Check out the stories you may have missed in the travel world this week.
MasterCard Could Share Your Height and Weight with Airlines, But Will It?
Skift reports on an eyebrow-raising new patent application from MasterCard that could affect how your data is shared with airlines. Because the credit card company has records of consumer purchases — including the sizes of shoes and clothing — it could theoretically let an airline know how large you are, allowing the carrier to avoid seating “two physically large strangers next to each other,” according to the patent.
Travel Is So Much Better Than It Was
It’s easy for travelers to find things to complain about — baggage fees, security lines, shrinking legroom — but this column from the National Review points out that we actually have it pretty good these days, thanks to new technology and innovative services such as Airbnb and Uber.
The Most Colorful Job in the World?
BBC offers a gorgeous photo essay about the workers who make mosaic tiles for the Great Mosque in Herat, Afghanistan.
Coming Innovations That Will Make Flying Economy (Mostly) Better
Wired reports on new trends in the air travel industry, from mood lighting and heated seats to more efficient security checkpoints and in-flight virtual reality.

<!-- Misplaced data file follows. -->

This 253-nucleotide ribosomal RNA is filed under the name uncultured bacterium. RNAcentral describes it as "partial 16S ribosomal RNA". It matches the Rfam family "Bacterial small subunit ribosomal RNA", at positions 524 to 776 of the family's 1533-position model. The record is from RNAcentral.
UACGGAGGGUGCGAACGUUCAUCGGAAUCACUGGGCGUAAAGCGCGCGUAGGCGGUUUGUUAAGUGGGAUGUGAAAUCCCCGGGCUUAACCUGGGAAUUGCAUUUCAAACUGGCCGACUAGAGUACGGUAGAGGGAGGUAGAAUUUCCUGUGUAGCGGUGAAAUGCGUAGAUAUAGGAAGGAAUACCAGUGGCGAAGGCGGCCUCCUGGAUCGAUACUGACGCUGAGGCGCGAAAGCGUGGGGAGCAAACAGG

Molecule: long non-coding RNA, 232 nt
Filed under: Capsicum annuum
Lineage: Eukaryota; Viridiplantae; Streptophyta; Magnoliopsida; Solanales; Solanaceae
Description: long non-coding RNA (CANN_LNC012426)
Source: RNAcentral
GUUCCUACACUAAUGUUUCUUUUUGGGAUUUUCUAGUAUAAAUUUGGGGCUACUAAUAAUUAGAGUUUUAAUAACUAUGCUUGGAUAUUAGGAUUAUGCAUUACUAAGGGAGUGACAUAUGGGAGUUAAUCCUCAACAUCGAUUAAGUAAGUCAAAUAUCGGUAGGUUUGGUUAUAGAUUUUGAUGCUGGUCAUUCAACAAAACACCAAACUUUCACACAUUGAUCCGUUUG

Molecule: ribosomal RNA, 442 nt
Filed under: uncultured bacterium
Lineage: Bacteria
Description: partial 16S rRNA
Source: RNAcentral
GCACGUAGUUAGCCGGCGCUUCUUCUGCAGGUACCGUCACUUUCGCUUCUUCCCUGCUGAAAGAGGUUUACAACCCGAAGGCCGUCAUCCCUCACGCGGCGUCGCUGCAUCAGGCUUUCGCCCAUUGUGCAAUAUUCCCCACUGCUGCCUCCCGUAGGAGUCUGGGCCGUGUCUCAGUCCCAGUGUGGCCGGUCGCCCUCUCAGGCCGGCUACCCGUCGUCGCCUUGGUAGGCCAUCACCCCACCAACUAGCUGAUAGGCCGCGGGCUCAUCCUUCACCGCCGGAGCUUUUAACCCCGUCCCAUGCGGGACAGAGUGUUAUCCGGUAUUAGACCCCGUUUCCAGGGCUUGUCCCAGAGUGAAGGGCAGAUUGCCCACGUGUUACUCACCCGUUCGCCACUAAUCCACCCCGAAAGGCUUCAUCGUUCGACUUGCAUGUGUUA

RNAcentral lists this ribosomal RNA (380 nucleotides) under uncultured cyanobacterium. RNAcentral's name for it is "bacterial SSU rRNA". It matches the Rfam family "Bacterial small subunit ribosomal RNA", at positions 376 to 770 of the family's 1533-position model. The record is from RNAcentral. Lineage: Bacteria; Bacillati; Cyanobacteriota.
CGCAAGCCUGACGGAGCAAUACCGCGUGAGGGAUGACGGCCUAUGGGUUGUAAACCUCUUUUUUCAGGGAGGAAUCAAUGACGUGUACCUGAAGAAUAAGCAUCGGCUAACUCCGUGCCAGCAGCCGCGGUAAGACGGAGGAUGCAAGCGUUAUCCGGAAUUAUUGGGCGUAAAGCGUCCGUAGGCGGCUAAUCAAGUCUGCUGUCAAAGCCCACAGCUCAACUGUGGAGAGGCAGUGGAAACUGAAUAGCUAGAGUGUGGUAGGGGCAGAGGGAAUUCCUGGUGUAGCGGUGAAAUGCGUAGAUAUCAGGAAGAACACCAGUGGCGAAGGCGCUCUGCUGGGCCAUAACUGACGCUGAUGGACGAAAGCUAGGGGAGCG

Five Myths About Hotel Room Service
USA Today debunks a few common myths about room service. Did you know, for instance, that you might not have to tip (if the gratuity is already included on the bill)?
The 2017 Travel Forecast: Reduced Demand Could Result in Vacation Bargains
The Washington Post reports that many Americans aren’t planning to travel this coming year — which could lead to good deals for those who do want to hit the road.
How to Travel the World with No Money — by People Who Have Done It
The Guardian interviews three people who recently took ultra-budget trips that relied not on money but on the kindness of strangers. (Would you hitchhike for 72 days across South and Central America?) They share the good, bad and ugly from their trips.
This week’s video explains the math behind a frustrating problem for travelers: overbooked flights.
— written by Sarah Schlichter